Publication details

The picture versus “the pictorial product“ (the genuine and false imagery in authentic visual expressions of the child)



Year of publication 2012
Type Conference abstract
MU Faculty or unit

Faculty of Education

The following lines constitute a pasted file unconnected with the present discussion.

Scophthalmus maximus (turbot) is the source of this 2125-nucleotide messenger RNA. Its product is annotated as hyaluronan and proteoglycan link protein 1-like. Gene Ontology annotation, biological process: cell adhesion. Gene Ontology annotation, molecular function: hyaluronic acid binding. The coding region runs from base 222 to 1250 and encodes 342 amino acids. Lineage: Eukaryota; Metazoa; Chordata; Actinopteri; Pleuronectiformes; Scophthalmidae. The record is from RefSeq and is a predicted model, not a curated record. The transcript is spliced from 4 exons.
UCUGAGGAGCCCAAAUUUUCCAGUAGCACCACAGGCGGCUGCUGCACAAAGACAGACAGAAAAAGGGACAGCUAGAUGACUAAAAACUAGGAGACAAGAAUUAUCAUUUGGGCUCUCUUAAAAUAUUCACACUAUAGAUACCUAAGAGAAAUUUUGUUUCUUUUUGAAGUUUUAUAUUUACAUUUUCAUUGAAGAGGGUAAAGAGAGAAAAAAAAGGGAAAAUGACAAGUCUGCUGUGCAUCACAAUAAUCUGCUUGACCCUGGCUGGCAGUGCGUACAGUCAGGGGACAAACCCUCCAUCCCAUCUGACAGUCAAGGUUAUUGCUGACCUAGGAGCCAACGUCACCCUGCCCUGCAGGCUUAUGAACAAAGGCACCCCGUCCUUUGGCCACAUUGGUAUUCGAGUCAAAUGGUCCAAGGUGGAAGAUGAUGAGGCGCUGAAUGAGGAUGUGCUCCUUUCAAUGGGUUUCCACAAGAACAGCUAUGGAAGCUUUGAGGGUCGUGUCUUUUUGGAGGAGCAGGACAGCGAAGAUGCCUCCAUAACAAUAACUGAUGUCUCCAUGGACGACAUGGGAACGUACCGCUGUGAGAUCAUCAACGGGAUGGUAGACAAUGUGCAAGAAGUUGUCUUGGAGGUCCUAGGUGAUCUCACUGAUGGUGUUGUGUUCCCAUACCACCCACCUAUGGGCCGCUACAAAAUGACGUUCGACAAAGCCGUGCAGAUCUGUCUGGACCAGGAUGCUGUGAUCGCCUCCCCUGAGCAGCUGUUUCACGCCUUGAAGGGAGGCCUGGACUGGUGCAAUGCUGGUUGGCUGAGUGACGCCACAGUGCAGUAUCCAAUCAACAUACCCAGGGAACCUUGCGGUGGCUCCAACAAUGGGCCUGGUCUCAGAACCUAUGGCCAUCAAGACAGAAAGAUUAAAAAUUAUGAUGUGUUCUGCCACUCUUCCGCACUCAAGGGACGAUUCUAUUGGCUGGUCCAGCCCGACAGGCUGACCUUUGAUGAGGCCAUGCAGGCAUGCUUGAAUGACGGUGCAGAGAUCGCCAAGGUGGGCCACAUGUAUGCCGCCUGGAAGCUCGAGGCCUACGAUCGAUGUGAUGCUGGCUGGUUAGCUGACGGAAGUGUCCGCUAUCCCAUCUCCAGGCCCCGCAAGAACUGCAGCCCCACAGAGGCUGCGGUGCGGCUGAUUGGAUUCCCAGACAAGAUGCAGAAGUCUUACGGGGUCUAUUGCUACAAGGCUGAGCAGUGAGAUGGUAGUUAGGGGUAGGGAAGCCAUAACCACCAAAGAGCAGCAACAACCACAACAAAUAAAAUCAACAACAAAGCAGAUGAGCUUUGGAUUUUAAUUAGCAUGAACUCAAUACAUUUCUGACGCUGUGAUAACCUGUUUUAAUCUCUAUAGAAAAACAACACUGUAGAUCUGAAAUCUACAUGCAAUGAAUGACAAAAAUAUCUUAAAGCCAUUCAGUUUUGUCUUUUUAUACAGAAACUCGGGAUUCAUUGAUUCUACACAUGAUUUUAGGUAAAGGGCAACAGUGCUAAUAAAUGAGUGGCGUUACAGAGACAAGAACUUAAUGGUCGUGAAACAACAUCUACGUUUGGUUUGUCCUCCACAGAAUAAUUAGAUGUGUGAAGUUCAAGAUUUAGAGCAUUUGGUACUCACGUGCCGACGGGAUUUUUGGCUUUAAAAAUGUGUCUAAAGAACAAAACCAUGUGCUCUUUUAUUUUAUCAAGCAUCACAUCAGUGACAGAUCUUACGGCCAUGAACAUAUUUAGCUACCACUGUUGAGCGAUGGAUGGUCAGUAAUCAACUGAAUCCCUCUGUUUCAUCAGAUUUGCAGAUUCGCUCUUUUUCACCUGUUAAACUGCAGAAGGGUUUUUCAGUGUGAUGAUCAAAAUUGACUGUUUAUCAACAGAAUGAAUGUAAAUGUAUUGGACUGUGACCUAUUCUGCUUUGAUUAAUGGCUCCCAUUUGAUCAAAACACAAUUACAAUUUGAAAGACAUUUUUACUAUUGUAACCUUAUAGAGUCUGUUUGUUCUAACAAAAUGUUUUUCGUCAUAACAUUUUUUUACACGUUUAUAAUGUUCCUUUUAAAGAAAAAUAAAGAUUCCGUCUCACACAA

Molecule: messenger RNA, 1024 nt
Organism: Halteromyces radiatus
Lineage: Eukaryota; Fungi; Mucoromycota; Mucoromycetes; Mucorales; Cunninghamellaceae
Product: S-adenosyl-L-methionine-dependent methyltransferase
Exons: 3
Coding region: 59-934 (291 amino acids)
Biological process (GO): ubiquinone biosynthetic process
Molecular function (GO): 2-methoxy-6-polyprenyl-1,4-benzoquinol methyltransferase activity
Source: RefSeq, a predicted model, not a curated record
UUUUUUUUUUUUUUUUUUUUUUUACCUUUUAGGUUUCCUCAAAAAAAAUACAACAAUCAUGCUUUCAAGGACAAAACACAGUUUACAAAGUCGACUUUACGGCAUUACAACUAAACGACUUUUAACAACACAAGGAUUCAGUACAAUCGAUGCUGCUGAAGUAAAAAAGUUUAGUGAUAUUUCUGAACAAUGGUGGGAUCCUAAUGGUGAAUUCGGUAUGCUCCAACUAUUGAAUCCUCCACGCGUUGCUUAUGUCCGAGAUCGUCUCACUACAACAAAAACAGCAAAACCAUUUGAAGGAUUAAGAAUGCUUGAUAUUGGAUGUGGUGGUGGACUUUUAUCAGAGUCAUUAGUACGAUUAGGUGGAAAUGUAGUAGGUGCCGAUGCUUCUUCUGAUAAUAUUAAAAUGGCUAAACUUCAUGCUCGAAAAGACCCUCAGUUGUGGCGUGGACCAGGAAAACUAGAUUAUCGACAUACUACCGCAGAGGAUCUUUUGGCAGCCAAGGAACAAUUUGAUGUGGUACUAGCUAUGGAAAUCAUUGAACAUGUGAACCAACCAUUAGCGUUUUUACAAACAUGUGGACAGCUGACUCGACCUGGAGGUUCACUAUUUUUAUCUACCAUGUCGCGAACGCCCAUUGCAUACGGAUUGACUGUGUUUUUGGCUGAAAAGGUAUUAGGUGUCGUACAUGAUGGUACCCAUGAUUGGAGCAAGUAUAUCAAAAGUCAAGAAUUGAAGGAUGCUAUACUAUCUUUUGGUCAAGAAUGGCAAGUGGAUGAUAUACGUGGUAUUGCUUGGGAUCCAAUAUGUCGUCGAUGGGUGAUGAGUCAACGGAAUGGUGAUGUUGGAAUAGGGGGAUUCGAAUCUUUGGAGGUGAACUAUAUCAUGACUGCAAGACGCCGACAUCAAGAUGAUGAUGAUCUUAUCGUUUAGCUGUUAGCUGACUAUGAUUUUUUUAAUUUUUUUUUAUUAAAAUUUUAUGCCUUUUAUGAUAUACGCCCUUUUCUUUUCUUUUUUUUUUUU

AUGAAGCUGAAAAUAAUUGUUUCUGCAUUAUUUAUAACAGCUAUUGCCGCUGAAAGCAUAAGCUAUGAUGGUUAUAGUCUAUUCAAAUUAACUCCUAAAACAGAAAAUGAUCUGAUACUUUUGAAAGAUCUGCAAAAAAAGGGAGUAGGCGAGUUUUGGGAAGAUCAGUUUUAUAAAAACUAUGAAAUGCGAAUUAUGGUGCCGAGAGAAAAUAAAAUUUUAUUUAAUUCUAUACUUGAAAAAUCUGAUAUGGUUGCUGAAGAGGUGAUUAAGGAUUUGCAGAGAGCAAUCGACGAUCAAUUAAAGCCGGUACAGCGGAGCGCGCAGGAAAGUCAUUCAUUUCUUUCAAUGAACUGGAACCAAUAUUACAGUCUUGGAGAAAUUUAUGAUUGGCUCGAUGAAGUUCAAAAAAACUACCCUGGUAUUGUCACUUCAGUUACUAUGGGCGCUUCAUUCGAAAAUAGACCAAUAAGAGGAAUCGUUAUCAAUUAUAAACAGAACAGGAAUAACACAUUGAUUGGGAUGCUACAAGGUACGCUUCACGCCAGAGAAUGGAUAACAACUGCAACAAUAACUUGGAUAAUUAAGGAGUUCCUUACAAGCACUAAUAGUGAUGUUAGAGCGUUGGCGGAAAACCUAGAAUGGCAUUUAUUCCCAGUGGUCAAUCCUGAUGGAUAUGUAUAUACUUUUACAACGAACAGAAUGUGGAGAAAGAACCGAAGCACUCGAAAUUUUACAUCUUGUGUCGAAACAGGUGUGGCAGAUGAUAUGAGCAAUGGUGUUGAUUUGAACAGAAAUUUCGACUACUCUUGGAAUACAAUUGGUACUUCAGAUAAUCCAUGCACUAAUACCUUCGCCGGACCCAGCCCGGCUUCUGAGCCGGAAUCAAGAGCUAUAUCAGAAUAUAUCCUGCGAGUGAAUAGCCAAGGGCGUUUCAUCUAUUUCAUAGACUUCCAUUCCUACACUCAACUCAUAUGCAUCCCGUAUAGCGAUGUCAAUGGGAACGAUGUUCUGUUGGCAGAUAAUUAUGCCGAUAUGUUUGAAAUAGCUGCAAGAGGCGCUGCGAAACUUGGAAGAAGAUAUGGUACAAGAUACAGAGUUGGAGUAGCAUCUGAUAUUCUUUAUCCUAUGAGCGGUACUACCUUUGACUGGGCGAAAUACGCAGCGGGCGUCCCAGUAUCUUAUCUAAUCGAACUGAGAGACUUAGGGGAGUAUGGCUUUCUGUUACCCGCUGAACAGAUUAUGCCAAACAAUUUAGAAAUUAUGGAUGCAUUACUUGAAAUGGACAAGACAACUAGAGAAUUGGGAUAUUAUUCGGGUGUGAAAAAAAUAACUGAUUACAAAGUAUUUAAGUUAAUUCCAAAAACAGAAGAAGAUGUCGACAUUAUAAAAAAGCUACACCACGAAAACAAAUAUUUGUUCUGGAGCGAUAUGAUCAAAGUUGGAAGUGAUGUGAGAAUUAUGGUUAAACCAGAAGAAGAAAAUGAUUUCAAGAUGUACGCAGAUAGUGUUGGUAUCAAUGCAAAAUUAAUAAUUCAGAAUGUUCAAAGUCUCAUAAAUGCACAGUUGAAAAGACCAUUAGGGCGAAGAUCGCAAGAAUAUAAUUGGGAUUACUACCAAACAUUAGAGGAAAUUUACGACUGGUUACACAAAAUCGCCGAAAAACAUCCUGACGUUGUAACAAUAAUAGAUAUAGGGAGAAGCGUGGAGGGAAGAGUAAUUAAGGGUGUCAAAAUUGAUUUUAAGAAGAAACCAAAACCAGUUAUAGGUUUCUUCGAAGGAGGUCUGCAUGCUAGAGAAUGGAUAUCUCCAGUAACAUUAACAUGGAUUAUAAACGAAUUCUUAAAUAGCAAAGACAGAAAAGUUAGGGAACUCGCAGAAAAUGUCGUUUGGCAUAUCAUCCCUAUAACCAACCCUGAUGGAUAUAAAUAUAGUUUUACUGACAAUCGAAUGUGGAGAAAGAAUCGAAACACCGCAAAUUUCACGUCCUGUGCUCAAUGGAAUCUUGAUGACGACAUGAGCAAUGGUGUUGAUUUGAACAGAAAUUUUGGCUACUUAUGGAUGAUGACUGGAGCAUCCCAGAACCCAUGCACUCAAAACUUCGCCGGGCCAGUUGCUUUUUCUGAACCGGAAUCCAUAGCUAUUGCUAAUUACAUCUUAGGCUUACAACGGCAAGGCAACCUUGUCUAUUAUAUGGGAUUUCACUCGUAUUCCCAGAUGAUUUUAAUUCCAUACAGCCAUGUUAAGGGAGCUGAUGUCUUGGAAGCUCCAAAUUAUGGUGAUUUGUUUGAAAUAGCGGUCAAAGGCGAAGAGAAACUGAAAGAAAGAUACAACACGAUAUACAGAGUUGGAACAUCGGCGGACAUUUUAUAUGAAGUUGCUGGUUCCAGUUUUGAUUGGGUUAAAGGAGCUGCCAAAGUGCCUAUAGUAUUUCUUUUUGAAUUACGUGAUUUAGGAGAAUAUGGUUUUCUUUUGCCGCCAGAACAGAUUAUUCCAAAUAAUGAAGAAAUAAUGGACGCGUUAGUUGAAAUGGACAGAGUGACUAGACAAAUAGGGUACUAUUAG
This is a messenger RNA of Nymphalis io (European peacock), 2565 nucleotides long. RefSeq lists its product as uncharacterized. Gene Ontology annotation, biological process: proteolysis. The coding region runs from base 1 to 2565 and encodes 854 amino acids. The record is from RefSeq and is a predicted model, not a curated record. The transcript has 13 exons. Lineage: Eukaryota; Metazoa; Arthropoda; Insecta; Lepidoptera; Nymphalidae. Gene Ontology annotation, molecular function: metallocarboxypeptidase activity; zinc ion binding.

Description Research question: What are the conditions for authentic creation of a genuine picture? What are the differences between the picture and the pictorial product? Moreover, the research explores the circumstances under which the authorship of the picture and of the pictorial product occurs and the definitions of both these terms. While a picture is created spontaneously on the basis of direct sensual experience with the world and inner memory (linked to imagination), the pictorial product is created for some purpose, especially a commercial one. The purposes for creation of pictorial products are: advertising, aesthetic decoration, appealingness, pleasure. The picture often takes the role of a cultural tool (see the history of art) – however, the differences between the cult “work” and pictorial cult “product” are obvious. A cult practised through imagery is a medium to solidify collective thinking. The pictorial product in the role of a cult tool functions as a means to satisfy the libidinal instinct of sharing one community. On one hand a genuine picture mirrors the soul, on the other hand a profane visual representation is related to narcissistic pictorial products. The pictorial product is also a means for manipulation. The objective of the research was to identify the circumstances of the inclusion of the pictorial product into the subconscious of a child viewer, to describe the influence of the pictorial product on the authentic visual expression of the child. Distinguishing between pictorial products and “genuine pictures” is necessary in order to determine inspiration resources, methodological strategies and objectives of visual art education. In order to deal with the research question the methods of examining symbolic interactionism and phenomenological studies (coding, narrative analysis, hermeneutic procedures) were used.
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